In addition to performance properties, the ARDEC researchers must also consider manufacturability. Where possible, the new smart coatings are designed to be produced using existing production methods in order to avoid increasing cost. "You can have a great system but if it is not cost effective to incorporate it, the Army won't use it. If you need a new process, the return on investment must be worth it," states Zunino. Case in point: a $20,000 coating system will not be applied on a $30,000 vehicle, but that same coating may be appropriate for a $100,000 weapon system. Coatings for Roto-craft and ships can be more expensive than on munitions. Zunino sums up by saying, "The technologies involved and the types of systems we develop have to fit the potential utilization."
Many of the smart coating projects that the ARDEC engineers have been working on are progressing through the Army's complex testing process and a few are already in use. Some of the embedded sensors based on novel inks were transitioned to PEO Aviation for testing and integration for use on the Apache. The group is working on a project for the Air Force that involves use of its multifunctional perfluoroalkylated polymer-based coatings for protection of underground fuel storage tanks. More testing must be completed on the thermal paints to validate multi-year storage and exposure survivability, according to Zunino. ARDEC does hold patents on several of the smart coatings technologies, and companies have expressed interest in licensing some of them for both military and commercial applications.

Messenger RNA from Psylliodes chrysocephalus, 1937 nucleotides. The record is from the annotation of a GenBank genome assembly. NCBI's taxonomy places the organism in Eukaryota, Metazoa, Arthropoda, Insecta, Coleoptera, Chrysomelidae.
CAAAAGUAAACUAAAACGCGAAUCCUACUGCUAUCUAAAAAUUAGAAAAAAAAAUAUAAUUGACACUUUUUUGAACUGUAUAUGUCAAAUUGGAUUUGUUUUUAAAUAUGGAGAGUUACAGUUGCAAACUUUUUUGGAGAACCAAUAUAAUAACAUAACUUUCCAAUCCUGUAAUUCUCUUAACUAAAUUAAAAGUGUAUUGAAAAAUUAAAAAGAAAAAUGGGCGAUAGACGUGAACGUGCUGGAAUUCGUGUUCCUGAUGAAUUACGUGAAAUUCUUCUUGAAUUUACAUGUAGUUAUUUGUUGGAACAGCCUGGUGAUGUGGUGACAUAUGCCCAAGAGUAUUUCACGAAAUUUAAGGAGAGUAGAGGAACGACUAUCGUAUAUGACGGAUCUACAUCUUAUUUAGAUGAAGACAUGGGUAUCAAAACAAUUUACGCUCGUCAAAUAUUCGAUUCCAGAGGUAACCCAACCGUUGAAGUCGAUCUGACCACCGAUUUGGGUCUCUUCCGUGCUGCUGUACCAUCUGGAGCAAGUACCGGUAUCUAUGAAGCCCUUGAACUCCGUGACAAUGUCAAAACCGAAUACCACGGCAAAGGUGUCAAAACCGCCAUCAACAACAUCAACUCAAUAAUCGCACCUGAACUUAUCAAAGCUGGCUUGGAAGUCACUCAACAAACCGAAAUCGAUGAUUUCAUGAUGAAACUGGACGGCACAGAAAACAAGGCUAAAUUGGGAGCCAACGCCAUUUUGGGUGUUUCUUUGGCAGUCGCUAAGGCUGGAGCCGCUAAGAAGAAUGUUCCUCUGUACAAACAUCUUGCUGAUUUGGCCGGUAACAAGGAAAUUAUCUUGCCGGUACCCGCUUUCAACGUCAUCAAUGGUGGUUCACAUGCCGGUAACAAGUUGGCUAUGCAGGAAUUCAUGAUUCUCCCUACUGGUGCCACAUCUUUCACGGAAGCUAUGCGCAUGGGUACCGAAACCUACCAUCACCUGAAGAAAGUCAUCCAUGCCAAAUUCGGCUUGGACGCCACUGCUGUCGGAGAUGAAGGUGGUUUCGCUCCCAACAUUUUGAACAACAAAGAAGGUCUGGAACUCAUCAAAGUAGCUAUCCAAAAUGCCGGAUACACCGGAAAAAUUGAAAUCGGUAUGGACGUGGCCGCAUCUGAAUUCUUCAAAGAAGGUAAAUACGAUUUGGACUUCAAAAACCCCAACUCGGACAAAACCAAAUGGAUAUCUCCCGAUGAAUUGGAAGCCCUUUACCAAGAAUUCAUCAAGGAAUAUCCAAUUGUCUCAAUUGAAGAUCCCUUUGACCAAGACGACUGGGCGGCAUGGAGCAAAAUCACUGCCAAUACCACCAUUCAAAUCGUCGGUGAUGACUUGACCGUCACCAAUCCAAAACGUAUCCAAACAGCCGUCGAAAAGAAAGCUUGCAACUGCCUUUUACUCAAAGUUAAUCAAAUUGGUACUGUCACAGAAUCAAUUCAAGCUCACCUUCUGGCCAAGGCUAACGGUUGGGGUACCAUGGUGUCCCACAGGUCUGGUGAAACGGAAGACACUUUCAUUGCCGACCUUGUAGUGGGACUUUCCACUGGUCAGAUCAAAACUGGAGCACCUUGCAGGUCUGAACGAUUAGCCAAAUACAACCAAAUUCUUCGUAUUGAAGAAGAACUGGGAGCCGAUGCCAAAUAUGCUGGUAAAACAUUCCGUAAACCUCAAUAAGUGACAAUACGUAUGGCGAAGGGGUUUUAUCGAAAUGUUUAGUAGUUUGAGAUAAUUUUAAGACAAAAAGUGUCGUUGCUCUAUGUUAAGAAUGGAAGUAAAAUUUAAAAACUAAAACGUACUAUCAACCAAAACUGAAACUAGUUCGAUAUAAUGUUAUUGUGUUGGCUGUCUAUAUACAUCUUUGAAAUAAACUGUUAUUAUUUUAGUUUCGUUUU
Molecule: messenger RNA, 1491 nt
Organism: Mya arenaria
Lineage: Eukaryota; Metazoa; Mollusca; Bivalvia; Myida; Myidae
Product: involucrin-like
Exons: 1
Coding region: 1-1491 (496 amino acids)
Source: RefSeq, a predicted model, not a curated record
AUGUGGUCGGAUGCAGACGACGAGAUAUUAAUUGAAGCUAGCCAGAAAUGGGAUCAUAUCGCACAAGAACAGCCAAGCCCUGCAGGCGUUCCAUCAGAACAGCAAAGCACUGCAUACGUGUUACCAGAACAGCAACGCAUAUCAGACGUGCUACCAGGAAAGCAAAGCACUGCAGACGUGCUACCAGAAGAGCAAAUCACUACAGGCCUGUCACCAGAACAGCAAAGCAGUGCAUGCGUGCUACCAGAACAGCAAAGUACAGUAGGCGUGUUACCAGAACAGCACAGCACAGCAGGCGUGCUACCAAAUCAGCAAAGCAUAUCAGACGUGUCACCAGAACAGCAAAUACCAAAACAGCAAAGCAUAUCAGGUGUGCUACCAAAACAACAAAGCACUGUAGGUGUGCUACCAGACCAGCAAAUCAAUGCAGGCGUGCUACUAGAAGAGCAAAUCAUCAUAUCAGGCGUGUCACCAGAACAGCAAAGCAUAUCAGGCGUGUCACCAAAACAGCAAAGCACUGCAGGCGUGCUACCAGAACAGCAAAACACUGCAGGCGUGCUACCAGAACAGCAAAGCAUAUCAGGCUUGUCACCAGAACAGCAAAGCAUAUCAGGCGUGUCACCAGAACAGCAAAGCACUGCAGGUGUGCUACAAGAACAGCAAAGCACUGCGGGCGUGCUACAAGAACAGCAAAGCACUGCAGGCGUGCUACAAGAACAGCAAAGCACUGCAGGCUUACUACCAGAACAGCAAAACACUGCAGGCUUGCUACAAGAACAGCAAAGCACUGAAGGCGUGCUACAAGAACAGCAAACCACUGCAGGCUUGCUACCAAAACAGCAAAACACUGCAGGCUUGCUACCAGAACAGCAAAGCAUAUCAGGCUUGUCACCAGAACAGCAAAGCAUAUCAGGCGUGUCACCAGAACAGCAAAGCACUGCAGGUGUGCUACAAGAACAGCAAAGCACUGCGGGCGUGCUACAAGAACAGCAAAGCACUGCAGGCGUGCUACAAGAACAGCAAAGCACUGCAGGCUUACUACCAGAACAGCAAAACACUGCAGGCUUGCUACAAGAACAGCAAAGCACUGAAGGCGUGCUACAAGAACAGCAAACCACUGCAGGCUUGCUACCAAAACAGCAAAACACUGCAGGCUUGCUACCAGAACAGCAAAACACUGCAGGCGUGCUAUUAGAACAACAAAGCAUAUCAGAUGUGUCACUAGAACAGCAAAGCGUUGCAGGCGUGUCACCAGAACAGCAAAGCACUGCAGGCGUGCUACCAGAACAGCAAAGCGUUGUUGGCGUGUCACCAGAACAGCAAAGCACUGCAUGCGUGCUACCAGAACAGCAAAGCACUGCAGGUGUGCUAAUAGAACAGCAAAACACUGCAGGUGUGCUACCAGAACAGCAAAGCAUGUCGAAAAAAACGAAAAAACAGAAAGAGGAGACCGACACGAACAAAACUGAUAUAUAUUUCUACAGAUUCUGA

The U.S. Department of Defense (DoD) uses Technology Readiness Levels (TRLs) to monitor and categorize technologies to determine how ready they are for operational assessment. The smart coatings technologies developed at ARDEC are at numerous TRL stages and have short and long-term transition potential. The Program Executive Office (PEO) for Ammunition and the Project Director (PD) for Joint Services, Ammunition Logistics Division (AMMOLOG) have been working closely with Zunino and his colleagues to advance and transition technologies for their applications. There are also several new weapon system development projects to create next generation systems for the Army, Navy, Air Force, etc., and the smart coatings group has been working with those teams to try to find new applications and transition points for the Smart and Active Coatings technologies.
"It takes a long time and a lot of approvals to get a new coating system adopted, though," Zunino acknowledges. "The safety of the warfighter is goal one, and therefore a lot of testing, evaluation, and qualification are required before operational and field testing is approved."
"ARDEC is making use of polydiacetylenes, intelligent nanoclays, and many different nanomaterials, including metallic and nonmetallic particles, various nano-sized polymeric materials, and carbon and other nanotubes to develop advanced smart coatings."
|Printer friendly Cite/link Email Feedback|
|Title Annotation:||COATINGS XPERIENCE|
|Date:||Nov 1, 2011|
|Previous Article:||Microscopy and coatings defects: part 2.|
|Next Article:||Sourcing and regulatory issues drive: R&D efforts in 2011.|